The study found two-thirds of the 459 children with COVID-19 who were admitted to hospital were there for social rather than medical reasons. This included 202 children whose parents or carers had been hospitalised with COVID-19 and 30 children with special needs whose usual out-of-home care services were not available because of their positive status.

Seven children were admitted with paediatric multisystem inflammatory syndrome (PIMS-TS). All responded well to medical treatment and only two needed intensive care. A total of 15 cases were admitted to intensive care. One death was associated with SARS-CoV-2 infection, that of a child who died of pneumococcal meningitis.

Study co-author, Dr Phoebe Williams told InSight+: “Children have been the real losers of the last 2 years, with disrupted schooling, socialising and sport and not much to gain from all this given their low risk from the virus.”

Dr Williams said one of the challenges was that Australia’s pandemic preparedness plan was based on influenza, where children become easily infected and drive transmission.

“This just wasn’t the case with COVID-19, and it wasn’t really a huge surprise to paediatricians because there are a number of other seasonal coronaviruses that circulate and we know how mild those are in children,” she added.

Dr Williams cited a study by Australia’s National Centre for Immunisation Research and Surveillance in The Lancet in August 2020 which found transmission in NSW schools was low. Both child-to-child and child-to-staff transmission were found to be unlikely.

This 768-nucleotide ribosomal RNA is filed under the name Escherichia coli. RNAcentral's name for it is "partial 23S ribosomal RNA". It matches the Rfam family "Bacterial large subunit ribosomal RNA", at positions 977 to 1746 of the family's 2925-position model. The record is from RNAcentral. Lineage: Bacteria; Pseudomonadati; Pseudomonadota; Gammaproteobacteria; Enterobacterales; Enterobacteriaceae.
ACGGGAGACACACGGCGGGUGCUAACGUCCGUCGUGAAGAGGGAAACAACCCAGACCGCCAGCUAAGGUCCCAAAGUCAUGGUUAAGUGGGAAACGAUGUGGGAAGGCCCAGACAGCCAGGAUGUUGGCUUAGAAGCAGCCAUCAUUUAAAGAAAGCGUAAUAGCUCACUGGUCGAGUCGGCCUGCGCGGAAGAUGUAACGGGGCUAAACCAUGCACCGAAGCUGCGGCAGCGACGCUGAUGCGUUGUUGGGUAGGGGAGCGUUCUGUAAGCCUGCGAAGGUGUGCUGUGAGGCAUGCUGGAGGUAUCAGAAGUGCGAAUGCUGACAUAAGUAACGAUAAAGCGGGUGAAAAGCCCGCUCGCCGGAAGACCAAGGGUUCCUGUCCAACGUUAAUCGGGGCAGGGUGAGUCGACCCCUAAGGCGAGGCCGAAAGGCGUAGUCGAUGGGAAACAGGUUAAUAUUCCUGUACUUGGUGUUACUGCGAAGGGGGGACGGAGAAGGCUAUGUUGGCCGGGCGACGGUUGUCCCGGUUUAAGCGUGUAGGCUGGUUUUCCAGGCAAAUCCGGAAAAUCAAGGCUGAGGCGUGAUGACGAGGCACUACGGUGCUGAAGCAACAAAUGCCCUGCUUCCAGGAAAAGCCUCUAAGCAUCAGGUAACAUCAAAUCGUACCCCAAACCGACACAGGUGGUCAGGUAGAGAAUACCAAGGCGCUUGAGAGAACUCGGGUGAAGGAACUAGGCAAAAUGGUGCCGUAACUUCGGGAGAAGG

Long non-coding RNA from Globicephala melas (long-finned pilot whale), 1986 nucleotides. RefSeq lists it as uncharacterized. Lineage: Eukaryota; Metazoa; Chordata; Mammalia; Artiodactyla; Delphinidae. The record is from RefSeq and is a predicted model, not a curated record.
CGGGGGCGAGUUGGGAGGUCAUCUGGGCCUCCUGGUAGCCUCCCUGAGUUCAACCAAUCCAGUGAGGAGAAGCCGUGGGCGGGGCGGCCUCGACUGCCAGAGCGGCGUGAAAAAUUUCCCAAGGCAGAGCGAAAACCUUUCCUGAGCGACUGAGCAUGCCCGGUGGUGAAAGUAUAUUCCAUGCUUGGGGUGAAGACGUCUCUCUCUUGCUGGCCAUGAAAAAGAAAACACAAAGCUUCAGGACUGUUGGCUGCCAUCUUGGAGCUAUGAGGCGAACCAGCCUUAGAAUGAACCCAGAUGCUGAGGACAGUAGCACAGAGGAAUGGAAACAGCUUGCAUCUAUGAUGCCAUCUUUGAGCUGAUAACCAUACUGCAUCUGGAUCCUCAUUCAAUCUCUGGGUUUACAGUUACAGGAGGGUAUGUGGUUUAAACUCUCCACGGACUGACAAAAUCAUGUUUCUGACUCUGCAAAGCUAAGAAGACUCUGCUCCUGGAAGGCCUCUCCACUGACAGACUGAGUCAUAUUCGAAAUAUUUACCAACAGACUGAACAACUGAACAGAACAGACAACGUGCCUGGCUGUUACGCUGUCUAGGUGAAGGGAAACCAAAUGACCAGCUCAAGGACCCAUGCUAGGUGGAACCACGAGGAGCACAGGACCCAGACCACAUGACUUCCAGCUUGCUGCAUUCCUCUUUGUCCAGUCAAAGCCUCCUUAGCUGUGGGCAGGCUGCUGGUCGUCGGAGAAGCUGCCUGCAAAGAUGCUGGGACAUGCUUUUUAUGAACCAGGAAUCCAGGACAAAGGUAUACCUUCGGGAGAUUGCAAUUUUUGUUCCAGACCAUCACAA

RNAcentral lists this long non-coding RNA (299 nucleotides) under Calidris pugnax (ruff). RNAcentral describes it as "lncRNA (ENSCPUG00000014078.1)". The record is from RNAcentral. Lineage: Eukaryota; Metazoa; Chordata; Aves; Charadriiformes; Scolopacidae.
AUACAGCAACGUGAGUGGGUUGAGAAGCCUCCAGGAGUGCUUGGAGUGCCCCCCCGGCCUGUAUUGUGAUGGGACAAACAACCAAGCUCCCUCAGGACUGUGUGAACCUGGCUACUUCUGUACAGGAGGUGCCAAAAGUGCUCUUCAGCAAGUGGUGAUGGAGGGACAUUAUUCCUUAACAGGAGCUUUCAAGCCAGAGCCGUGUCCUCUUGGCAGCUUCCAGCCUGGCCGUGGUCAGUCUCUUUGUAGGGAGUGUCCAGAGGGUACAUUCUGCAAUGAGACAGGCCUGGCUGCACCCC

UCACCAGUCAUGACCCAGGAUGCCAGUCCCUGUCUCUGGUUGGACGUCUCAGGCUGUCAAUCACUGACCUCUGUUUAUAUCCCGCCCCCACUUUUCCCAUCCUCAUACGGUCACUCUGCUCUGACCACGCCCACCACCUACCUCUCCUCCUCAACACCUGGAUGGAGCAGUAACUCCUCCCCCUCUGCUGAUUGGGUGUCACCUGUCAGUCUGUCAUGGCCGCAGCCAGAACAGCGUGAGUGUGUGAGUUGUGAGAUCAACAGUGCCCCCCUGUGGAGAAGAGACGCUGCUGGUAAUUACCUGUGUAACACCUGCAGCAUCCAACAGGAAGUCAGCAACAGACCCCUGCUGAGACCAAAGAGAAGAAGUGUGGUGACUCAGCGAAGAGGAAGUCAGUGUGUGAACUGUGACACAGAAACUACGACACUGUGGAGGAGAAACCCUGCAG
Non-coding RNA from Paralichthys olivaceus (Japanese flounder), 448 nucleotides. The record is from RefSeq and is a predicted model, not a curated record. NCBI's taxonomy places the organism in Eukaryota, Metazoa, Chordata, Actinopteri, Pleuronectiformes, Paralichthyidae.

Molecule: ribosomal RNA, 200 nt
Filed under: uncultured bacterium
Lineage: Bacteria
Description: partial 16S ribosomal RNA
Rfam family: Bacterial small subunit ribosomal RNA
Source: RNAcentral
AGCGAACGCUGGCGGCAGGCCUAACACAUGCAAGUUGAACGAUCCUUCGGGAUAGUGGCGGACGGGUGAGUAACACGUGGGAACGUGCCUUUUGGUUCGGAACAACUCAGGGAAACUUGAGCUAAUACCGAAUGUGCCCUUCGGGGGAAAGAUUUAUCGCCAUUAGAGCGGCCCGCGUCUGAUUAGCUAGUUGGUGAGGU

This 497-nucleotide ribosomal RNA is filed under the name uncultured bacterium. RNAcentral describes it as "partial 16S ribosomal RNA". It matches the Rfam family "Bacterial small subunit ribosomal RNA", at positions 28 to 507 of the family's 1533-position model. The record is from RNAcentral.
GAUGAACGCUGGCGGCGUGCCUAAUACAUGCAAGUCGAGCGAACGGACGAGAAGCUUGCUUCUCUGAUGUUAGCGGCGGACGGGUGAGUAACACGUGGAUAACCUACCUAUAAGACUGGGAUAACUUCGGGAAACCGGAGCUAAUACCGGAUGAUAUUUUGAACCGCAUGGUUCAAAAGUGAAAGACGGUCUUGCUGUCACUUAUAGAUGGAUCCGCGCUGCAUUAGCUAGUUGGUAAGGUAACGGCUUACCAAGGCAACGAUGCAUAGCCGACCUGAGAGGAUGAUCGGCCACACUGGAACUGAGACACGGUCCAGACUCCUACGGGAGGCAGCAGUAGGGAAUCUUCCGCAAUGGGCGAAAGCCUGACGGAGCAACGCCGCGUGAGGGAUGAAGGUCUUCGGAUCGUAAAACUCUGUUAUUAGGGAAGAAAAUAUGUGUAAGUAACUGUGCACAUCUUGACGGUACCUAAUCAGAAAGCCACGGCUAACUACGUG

Noting that school closures were designed to reduce societal movements in an unvaccinated population during the Delta wave, Dr Williams said the argument for keeping schools open was stronger in the Omicron wave.

The new variant had typically milder symptoms in children and lower rates of PIMS-TS compared with previous variants, she said.

The Omicron variant was linked with the death of a toddler in Brisbane in July due to acute haemorrhagic leukoencephalitis. Noting that the child’s death had been referred to the coroner and that COVID-19 may not have been causative, both Dr Williams and Associate Professor Bowen reiterated that, in general, the Omicron variant was not causing more severe illness in children.

Associate Professor Bowen said the decisions to close schools in 2020 and 2021 were more broadly based on reduction of community transmission of COVID-19 rather than evidence of the virus’s behaviour in children.

“In 2020, with the ancestral COVID strain, children had a much lower rate of infection and they were less likely to be able to transmit SARS-CoV-2 compared with adults,” she said. “Those facts were clearly understood and communicated as early as April 2020, but they were largely ignored by policymakers for the first 2 years of the pandemic.

“Throughout the pandemic, children’s and young peoples’ needs have been underconsidered when decisions are being made at a community level,” she said.

Both Associate Professor Bowen and Dr Williams supported the Albanese government’s plan to create an Australian Centre for Disease Control to enable consistent evidence-based public health responses in future, and said this should include paediatric representation.